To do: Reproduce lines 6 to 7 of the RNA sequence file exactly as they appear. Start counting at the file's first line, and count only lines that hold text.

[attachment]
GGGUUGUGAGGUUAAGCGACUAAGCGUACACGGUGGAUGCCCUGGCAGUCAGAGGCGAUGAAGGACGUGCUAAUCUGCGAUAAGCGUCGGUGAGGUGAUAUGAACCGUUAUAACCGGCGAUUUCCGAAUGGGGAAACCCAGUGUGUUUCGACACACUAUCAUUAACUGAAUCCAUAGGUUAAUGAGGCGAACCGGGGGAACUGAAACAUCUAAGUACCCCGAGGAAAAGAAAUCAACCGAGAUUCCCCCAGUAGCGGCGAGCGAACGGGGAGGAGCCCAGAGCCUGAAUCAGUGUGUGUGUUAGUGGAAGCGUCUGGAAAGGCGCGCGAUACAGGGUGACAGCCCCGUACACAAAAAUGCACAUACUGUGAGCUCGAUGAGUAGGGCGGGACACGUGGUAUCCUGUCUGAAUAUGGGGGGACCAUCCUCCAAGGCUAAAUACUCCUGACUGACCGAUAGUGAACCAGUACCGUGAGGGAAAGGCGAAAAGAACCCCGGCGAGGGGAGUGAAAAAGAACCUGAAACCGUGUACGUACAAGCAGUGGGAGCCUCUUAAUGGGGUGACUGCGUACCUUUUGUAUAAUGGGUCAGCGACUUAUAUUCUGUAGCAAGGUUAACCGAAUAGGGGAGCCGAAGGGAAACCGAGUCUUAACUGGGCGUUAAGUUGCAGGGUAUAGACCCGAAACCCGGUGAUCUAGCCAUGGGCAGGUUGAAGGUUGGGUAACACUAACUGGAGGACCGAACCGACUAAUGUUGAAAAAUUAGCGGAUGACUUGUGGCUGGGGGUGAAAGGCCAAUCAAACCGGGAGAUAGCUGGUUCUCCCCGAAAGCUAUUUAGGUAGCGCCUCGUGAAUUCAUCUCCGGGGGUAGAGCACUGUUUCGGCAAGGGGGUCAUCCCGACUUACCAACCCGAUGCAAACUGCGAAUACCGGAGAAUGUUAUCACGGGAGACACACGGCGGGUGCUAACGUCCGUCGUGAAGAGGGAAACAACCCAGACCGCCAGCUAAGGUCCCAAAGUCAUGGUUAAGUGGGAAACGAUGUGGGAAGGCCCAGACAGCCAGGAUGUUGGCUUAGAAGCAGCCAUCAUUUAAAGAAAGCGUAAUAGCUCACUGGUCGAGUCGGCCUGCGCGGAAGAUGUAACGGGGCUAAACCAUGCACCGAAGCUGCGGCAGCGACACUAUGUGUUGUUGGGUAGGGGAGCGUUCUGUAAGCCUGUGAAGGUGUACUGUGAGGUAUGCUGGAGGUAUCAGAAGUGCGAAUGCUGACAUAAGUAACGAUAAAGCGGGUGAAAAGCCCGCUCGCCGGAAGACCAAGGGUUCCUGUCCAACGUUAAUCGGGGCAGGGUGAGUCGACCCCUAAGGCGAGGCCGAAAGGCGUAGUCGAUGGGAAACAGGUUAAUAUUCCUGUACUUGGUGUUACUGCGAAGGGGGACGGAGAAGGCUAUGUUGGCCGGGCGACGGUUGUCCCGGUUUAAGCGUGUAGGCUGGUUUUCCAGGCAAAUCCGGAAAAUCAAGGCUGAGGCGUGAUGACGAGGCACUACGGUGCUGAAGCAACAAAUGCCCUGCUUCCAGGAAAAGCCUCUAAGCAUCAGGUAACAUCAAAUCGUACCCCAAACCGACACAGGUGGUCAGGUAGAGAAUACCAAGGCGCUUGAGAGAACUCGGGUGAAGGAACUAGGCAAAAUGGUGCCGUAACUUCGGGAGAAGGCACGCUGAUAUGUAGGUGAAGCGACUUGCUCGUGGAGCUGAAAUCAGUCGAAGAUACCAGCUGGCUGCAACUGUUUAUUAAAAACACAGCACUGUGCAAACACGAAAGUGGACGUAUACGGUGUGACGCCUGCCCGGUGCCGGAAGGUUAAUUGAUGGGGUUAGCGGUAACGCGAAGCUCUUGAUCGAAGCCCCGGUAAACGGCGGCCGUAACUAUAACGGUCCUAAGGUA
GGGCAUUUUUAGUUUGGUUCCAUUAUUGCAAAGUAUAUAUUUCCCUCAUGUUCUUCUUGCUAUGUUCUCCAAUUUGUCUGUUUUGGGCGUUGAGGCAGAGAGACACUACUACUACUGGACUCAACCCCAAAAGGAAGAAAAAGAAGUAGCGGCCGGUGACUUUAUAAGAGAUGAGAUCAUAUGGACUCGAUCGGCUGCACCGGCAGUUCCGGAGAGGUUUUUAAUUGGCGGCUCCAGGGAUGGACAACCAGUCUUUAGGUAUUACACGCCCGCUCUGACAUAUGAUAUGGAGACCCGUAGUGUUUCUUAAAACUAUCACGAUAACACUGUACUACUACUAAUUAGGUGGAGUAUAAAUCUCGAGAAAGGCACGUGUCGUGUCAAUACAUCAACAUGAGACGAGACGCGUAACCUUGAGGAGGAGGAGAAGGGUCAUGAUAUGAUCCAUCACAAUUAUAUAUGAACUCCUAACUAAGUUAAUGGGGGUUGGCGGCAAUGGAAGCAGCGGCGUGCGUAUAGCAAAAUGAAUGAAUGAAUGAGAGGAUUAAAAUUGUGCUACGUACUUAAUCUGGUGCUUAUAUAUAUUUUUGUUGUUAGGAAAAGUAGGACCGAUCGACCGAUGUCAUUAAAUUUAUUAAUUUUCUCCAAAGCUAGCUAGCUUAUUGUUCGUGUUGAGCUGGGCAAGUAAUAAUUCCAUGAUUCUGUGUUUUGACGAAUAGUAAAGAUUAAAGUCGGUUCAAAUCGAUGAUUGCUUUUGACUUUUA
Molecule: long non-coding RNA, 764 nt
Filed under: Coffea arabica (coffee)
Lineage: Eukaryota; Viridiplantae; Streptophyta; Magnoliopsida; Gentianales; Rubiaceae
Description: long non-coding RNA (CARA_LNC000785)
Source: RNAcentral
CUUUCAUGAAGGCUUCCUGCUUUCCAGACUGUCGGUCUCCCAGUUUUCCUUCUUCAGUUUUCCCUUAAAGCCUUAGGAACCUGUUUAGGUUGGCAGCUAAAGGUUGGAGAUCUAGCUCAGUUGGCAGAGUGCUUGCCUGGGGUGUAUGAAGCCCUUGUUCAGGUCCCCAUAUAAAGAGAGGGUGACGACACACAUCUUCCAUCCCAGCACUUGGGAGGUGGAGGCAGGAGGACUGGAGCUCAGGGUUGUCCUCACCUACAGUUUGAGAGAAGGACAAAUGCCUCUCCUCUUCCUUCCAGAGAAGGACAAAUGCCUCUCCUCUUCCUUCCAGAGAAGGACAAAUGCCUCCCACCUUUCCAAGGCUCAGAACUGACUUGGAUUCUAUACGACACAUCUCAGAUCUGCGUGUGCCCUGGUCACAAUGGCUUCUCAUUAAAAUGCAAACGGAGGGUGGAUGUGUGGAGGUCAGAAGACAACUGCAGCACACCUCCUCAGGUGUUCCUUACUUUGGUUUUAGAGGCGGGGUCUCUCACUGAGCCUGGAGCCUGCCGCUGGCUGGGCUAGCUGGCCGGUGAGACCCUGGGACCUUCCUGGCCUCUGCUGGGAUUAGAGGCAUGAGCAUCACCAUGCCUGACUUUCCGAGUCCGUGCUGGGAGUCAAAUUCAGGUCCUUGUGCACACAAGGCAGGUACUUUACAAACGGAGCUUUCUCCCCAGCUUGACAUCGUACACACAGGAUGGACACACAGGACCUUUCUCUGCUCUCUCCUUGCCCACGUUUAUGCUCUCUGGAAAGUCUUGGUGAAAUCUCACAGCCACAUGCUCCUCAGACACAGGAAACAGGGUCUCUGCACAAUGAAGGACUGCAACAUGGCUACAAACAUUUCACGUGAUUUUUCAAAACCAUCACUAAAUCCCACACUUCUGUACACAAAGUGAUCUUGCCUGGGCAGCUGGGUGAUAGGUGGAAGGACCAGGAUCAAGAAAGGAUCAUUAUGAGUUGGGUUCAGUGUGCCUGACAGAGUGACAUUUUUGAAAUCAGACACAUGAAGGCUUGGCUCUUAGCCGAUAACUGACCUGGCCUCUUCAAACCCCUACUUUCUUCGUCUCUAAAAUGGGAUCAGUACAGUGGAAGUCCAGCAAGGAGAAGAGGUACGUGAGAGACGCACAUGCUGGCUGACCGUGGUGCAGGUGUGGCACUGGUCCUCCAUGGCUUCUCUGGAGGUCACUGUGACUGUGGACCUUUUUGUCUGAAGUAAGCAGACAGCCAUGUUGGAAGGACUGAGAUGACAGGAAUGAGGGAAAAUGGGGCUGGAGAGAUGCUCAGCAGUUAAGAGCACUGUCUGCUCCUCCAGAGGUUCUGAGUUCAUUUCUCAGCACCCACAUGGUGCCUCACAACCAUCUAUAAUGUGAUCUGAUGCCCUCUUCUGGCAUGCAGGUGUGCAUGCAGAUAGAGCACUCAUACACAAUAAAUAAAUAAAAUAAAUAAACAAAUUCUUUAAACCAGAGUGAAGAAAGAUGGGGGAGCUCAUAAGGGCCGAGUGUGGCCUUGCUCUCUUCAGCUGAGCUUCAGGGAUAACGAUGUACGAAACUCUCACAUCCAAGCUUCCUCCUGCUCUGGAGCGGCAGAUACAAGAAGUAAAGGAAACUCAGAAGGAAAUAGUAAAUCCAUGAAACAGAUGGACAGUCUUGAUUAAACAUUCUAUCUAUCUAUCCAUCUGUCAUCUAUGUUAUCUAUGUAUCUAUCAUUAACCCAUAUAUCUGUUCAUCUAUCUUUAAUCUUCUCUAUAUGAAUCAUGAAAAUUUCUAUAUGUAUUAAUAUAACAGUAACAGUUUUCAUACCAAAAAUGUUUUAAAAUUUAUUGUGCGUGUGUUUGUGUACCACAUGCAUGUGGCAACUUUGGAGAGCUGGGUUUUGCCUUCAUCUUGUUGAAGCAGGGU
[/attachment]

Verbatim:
Description: long non-coding RNA (CARA_LNC000785)
Source: RNAcentral